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CONCEPTUAL ANALYSIS article

Front. Educ., 05 June 2023
Sec. Teacher Education
Volume 8 - 2023 | https://doi.org/10.3389/feduc.2023.1151915

The use of the ECHO model for education as an innovative approach to educator professional development

Ethan Dahl1* Haley A. Sturges2 Olivia K. H. Smith2 Canyon Hardesty1 Sandra Root-Elledge1 Sarah Zlatkovic1 Eric J. Moody1
  • 1Wyoming Institute for Disabilities, University of Wyoming, Laramie, WY, United States
  • 2Department of Psychology, University of Wyoming, Laramie, WY, United States

After entering the workforce, educators may face novel problems of practice that require additional training. Ongoing professional learning and development (PD) is meant to provide the additional training necessary to ensure educators are prepared to meet those challenges. PD offerings should meet the recommendations of Adult Learning Theory, the Model for Teacher Change, and recommended best practices for adult learning and PD. The ECHO Model for Education is an effective, high-quality model of educator PD that satisfies such recommendations. Practical issues are discussed, and recommendations are made for those interested in implementing this innovative model for PD.

1. Introduction

Schools and their students can only be as good as their teachers and administrators (Guskey, 2002). Effective teaching that leads to positive student outcomes requires educators to not only understand content-specific knowledge related to their specialty area(s), such as reading or math, but also pedagogical principles that support implementation [Knowles et al., 1998; National Joint Committee on Learning Disabilities (NJCLD), 2000]. Ongoing professional learning and development (PD) is an essential strategy for educators to receive training on both pedagogical and content-specific knowledge and practices [National Joint Committee on Learning Disabilities (NJCLD), 2000]. In addressing the need for active and engaging PD, the ECHO Model (Extension for Community Healthcare Outcomes, Arora et al., 2007a,b) is an innovative way to provide high-quality, effective PD to educators while also supporting the implementation of best practices in local communities where expertise is minimal. Specifically, ECHO for Education is an effective form of educator PD that meets the needs of educators in regard to their learning and their ability to impact student outcomes.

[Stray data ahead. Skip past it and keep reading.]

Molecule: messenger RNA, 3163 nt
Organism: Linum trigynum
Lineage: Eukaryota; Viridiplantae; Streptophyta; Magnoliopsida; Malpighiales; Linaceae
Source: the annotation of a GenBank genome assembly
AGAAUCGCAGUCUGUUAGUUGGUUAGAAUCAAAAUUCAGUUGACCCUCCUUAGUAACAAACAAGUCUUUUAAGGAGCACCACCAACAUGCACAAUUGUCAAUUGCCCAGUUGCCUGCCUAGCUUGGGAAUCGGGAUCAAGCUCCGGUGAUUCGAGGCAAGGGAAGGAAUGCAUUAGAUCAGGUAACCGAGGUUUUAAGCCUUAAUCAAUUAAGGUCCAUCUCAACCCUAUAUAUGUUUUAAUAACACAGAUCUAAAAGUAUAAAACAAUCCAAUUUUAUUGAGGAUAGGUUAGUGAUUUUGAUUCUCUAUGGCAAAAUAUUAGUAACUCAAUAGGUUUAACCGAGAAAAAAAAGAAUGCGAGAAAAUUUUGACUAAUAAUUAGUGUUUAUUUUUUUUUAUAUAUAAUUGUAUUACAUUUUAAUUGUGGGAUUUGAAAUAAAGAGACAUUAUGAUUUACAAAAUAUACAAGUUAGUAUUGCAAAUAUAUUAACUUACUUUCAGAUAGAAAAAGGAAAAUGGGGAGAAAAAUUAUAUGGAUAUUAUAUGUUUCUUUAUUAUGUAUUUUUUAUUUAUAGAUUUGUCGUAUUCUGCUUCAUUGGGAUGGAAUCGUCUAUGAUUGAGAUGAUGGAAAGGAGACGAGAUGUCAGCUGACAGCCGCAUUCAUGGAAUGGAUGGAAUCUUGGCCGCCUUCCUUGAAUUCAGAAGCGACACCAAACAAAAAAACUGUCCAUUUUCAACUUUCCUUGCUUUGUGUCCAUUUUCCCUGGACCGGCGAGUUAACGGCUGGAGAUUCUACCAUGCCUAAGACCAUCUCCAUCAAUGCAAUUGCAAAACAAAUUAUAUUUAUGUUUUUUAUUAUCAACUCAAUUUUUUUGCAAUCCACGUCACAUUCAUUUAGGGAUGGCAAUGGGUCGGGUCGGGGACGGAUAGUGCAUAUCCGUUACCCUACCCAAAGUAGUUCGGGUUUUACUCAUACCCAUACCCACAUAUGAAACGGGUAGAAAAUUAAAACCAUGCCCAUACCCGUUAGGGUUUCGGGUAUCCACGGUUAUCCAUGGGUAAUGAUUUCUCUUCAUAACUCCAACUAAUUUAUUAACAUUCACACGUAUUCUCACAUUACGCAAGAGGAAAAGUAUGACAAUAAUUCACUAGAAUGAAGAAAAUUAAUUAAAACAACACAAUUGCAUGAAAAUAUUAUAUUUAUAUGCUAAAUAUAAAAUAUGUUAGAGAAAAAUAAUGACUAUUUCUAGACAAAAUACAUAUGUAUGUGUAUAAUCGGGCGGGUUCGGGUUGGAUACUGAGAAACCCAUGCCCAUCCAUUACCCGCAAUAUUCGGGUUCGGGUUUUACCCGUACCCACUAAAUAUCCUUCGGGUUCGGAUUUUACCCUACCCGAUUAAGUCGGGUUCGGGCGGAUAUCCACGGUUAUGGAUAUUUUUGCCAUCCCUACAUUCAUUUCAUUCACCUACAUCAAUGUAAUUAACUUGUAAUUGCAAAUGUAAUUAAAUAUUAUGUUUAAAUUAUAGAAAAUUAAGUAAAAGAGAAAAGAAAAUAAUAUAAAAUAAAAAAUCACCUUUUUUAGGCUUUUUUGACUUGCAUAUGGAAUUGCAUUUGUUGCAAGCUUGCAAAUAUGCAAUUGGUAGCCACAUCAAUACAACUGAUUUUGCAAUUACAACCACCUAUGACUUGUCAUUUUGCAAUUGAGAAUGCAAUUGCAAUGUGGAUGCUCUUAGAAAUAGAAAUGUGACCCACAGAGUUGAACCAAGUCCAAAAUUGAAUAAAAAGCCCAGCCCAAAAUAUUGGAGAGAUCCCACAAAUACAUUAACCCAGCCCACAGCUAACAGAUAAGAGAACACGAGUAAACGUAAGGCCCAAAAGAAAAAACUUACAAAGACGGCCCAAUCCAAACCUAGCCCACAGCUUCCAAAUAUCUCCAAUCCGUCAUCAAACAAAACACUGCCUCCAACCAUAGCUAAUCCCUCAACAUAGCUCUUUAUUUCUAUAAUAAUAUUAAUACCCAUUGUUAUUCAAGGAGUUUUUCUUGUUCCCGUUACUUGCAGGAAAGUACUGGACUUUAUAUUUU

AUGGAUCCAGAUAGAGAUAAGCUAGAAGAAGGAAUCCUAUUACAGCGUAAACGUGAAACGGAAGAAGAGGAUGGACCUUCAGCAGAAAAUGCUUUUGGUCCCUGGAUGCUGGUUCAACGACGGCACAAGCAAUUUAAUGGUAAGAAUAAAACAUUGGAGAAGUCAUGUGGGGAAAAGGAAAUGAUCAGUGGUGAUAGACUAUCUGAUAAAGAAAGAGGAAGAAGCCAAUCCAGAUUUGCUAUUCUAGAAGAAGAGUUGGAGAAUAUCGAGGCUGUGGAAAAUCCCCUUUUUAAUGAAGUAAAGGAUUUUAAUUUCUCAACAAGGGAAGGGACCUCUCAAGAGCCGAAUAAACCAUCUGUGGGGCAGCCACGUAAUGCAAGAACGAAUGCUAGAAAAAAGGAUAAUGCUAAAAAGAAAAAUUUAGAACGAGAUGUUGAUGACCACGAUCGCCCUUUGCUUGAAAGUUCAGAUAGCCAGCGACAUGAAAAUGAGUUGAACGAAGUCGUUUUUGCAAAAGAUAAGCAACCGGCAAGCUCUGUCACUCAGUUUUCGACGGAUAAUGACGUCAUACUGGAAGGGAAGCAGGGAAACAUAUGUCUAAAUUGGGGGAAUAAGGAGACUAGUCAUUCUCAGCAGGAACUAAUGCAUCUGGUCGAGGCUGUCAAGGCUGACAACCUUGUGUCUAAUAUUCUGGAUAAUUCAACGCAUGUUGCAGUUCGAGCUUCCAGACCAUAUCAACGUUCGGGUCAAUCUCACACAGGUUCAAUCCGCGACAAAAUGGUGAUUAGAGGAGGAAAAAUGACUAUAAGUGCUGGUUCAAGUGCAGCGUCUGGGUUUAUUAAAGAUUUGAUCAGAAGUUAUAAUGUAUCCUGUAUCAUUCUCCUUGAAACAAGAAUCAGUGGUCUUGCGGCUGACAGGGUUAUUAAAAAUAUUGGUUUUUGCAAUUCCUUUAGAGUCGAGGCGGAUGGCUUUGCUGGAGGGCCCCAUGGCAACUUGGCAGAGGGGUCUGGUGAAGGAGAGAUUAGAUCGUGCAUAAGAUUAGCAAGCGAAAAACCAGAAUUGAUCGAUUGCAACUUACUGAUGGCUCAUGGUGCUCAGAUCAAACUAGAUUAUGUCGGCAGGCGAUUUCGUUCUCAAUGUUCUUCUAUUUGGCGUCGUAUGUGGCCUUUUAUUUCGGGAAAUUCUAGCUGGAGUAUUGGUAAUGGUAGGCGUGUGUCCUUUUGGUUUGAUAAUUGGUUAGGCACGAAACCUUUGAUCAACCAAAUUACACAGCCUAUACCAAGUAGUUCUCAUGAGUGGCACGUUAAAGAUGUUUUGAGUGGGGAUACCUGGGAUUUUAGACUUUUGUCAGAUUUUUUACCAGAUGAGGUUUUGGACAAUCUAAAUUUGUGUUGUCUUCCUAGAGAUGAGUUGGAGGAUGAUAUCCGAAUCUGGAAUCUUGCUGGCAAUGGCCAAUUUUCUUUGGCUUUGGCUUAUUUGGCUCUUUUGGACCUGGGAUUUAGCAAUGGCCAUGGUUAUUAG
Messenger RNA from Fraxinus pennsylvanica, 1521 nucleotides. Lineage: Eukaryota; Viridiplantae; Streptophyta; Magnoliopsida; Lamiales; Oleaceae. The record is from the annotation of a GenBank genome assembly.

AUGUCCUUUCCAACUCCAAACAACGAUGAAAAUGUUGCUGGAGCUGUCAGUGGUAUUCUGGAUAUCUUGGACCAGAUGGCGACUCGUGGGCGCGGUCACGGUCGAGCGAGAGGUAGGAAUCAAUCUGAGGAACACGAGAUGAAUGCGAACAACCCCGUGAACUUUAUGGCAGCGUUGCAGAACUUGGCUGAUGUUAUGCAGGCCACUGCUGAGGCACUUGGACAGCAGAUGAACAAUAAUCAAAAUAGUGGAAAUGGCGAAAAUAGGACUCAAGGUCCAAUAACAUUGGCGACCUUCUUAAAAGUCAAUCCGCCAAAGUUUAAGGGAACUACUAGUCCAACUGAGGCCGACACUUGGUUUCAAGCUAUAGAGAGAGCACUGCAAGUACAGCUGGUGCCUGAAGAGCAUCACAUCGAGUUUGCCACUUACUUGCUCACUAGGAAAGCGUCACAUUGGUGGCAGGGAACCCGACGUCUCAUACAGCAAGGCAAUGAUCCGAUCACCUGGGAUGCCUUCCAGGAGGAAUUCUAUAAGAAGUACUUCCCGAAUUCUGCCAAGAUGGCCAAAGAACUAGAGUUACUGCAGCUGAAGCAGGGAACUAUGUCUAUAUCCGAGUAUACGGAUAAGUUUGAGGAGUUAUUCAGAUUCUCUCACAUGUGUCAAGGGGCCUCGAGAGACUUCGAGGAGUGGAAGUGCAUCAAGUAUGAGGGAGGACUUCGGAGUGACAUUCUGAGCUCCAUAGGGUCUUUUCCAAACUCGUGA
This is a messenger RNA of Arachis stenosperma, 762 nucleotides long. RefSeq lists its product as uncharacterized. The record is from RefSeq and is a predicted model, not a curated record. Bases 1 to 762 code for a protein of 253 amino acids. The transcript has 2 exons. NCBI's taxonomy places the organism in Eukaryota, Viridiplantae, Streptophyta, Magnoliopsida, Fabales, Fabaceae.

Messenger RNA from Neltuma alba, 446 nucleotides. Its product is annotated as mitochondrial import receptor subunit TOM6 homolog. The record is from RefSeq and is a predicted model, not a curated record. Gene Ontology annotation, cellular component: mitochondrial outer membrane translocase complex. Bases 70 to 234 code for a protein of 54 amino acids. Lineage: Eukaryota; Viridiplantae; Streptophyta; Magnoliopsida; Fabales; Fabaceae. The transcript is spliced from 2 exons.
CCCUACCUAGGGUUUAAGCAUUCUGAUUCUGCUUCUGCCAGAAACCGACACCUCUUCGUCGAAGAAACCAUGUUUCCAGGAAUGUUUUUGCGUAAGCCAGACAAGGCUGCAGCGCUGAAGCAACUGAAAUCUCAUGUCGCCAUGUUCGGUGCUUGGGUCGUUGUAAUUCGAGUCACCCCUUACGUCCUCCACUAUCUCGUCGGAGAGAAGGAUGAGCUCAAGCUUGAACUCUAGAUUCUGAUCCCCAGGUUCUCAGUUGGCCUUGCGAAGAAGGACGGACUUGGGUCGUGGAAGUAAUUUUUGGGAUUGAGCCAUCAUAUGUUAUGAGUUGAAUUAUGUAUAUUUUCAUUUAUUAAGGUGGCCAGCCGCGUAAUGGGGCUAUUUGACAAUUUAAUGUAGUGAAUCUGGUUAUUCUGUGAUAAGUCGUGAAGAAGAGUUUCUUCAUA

1.1. Best practices for educator professional development

To achieve the goal of improving educational outcomes for students, educators first need to improve their instructional skills by supplementing their teaching with novel methods or approaches that are informed by best and promising practices [National Joint Committee on Learning Disabilities (NJCLD), 2000]. The improvement of educator instructional skills is often done through ongoing educator training, which is commonly referred to as PD (Corcoran, 1995). PD is primarily provided for educators at district, regional, or state-level conferences such as formal workshops (Corcoran, 1995). While PD can lead to a stronger sense of self-efficacy in educators, when poorly designed, PD can result in educators failing to generate substantial change in their teaching approaches and practices (Corcoran, 1995). In order for educators to successfully incorporate concepts learned through PD into their educational practice, three core requirements must be satisfied: (1) the PD should focus on content-specific knowledge; (2) the PD must incorporate active, rather than passive, learning principles; and (3) there must be coherence between PD activities to align with educators’ experiences and goals (Garet et al., 2001). Similarly, Donovan et al. (1999) outline three elements that are necessary to acquire, and subsequently master, new skills and knowledge. First, new information should correspond to the learner’s existing knowledge and should be pertinent to the learner. Second, acquired knowledge should be applied under the guidance of an operational, conceptual, or theoretical framework. Lastly, to sustain learner progress, self-assessments and evaluations should be utilized.